Stanford Researchers Propose Deep Evolutionary Reinforcement Learning (DERL) Framework that Demonstrates Embodied Intelligence via Learning and Evolution


Researchers from Stanford University have recently introduced a new computational framework called Deep Evolutionary Reinforcement Learning (DERL). It allows AI agents to evolve morphologies and learn challenging locomotion and manipulation tasks in complex environments using only low-level egocentric sensory information.

In evolutionary biology, the Baldwin effect suggests that behaviors originally learned over a lifetime in ancient generations of an evolutionary process will progressively become instinctual and may even be genetically transmitted to succeeding generations.

Studies related to the processes of learning and evolution in the complex environment have recognized many aspects of animal intelligence, deeply embodied in the evolved morphologies. However, it is challenging to demonstrate the Baldwin effect in morphological evolution, either living organisms or in computer modeling or simulations.

DERL is the first demonstration of a Darwinian Baldwin Effect via morphological learning. Fei-Fei Li, one of the co-authors in the paper ‘Embodied Intelligence via Learning and Evolution,’ states that it is an essential trick of Nature for animal evolution, now shown in the AI agents. The researchers identify the combinatorially large number of possible morphologies and the computational time required to evaluate fitness through lifetime learning as the significant challenges they faced in creating their AI embodied agents.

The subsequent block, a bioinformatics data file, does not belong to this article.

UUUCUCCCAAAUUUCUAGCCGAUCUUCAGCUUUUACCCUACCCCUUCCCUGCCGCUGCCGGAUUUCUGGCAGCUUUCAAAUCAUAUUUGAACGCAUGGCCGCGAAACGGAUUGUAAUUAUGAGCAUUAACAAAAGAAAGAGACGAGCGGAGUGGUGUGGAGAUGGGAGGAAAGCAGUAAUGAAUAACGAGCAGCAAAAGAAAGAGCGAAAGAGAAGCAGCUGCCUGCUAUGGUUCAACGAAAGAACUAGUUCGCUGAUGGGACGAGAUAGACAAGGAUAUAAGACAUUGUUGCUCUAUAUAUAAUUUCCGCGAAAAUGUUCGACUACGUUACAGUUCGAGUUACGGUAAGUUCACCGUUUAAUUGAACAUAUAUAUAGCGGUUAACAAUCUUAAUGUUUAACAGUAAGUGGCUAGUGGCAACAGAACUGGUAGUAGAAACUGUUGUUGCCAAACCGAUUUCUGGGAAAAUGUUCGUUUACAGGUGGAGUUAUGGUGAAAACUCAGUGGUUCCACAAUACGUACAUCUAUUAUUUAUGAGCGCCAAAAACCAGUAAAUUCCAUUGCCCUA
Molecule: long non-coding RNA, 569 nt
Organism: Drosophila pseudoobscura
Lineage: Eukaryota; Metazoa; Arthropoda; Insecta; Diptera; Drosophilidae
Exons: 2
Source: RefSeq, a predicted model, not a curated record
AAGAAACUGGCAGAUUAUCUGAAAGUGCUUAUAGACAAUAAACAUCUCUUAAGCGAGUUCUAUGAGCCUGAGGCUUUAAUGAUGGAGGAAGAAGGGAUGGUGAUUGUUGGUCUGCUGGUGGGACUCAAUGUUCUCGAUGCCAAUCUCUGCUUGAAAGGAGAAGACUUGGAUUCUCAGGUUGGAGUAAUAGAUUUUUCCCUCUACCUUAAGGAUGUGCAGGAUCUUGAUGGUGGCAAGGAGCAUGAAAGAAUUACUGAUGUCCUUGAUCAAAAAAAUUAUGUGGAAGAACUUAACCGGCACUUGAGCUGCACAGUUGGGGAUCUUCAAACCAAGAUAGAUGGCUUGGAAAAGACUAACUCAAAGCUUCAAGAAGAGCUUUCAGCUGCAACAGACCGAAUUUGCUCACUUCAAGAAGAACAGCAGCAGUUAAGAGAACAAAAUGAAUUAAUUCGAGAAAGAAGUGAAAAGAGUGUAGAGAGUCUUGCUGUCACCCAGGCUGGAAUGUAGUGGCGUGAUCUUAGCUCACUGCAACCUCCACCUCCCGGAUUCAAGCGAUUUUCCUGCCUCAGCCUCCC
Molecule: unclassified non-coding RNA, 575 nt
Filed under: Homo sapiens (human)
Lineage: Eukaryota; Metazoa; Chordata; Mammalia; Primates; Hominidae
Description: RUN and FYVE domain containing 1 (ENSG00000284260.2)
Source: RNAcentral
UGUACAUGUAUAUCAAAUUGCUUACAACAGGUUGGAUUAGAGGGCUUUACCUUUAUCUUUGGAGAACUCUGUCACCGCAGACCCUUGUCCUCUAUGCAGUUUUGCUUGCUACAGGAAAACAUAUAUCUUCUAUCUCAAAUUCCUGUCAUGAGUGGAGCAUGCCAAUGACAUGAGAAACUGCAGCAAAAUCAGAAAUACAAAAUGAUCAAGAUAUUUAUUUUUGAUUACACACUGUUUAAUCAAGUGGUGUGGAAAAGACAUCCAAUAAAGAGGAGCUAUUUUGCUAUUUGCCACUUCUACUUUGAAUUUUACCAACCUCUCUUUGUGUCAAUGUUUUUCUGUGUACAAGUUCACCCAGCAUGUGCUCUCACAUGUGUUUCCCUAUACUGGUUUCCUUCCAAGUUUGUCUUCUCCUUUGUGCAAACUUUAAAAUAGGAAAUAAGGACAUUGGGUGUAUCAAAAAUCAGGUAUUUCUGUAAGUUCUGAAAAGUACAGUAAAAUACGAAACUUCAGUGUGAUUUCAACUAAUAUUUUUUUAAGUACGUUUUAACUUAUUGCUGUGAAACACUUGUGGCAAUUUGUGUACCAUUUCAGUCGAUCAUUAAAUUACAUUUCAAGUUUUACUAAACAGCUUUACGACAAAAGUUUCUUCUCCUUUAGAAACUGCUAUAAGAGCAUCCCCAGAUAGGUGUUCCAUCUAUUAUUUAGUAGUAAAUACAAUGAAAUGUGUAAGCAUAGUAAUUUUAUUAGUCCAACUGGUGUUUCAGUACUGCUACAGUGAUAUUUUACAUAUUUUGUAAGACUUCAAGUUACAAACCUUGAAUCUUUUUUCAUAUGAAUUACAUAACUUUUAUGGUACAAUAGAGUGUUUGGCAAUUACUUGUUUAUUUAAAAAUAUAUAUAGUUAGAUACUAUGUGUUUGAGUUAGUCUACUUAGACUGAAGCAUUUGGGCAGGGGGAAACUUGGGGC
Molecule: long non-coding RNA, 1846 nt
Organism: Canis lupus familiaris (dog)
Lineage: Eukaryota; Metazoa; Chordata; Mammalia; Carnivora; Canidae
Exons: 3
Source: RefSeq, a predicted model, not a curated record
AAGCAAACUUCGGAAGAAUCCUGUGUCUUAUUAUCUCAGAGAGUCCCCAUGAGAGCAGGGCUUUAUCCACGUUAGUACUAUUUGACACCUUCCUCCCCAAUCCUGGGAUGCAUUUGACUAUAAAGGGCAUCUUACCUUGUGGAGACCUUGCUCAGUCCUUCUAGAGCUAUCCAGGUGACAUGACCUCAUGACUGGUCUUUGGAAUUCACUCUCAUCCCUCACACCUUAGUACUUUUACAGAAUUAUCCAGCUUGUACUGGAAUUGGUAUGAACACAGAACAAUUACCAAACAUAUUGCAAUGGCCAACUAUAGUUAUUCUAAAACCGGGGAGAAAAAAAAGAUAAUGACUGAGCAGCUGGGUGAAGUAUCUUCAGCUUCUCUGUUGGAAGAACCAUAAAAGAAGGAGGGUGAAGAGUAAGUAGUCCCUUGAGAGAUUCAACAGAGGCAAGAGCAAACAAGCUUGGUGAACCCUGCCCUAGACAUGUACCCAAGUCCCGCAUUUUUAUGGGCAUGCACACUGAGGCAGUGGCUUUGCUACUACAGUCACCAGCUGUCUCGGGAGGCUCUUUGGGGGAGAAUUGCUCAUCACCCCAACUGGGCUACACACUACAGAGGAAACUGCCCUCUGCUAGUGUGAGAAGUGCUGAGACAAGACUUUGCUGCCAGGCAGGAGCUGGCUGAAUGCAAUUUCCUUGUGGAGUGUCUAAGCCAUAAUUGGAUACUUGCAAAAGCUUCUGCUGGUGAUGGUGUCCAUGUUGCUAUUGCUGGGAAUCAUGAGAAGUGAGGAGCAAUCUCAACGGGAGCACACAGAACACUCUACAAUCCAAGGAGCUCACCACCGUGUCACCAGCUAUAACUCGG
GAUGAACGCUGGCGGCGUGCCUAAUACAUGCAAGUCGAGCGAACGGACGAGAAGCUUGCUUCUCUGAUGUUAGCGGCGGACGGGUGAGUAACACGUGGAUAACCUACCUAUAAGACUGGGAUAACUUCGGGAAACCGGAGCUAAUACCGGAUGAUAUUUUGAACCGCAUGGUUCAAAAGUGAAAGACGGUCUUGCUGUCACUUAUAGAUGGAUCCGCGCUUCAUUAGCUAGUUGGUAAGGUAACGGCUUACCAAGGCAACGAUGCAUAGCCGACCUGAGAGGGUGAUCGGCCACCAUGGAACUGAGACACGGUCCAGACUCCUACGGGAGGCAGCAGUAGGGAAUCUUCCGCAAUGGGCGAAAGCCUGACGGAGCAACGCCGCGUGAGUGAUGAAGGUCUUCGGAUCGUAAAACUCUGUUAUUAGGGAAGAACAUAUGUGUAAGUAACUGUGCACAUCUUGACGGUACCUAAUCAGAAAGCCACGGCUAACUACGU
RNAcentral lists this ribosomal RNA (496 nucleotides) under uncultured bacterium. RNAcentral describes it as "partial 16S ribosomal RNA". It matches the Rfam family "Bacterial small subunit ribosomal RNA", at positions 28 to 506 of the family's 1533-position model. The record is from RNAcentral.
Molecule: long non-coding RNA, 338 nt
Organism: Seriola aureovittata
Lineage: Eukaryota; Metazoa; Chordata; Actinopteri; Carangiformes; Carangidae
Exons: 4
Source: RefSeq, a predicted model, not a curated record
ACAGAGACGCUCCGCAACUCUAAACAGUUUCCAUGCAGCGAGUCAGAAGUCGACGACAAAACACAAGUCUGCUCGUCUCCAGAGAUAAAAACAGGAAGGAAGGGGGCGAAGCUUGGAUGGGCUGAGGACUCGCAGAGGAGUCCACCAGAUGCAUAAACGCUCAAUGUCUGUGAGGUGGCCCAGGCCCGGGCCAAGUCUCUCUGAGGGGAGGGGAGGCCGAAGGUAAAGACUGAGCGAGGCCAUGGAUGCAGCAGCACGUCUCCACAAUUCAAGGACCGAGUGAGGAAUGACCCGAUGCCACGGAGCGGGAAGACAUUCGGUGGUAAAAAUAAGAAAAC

Earlier studies focused on identifying evolved agents in limited morphological search spaces or finding optimal parameters based on a fixed hand-designed morphology. However, DERL allows to simultaneously scale embodied agents’ creation across three types of complexity: environmental, morphological, and control. The team developed a UNIMAL (UNIversal aniMAL), a design space to overcome previous morphological search spaces’ limited expressiveness. It enables highly expressive and useful controllable morphologies in agents and analyses the resulting embodied agents in three environments: hills, steps, and rubble.

DERL made large-scale simulations possible, which yielded insights into how learning, evolution, and environmental complexity can interact to generate intelligent morphologies. Firstly, they have identified that Environmental complexity encourages the growth of morphological intelligence as quantified by the ability of morphology to facilitate the learning of novel tasks. Secondly, they recognize that evolution rapidly selects morphologies that learn faster. This enables behaviors learned late in early ancestors’ lifetime to be expressed early in their descendants’ lifetime. This result establishes the demonstration of a long-conjectured morphological Baldwin effect in agents that learn and evolve in complex environments.

The study suggests that a mechanistic basis for both the Baldwin effect and morphological intelligence’s emergence through morphologies’ evolution is more physically stable and energy-efficient. It can also facilitate efficient learning and control.

The Baldwinian transfer of intelligence from phenotype to genotype has been assumed to free up phenotypic learning resources to learn more complex animals’ behaviors, including the emergence of language and imitation in humans. This suggests that the large-scale simulations of learning and evolution can speed up reinforcement learning through the emergence of morphological intelligence. Likewise, the researchers believe that the large-scale explorations of learning and evolution in other contexts may yield rapidly learnable intelligent behaviors in RL agents and unique engineering advances to instantiate them in machines.




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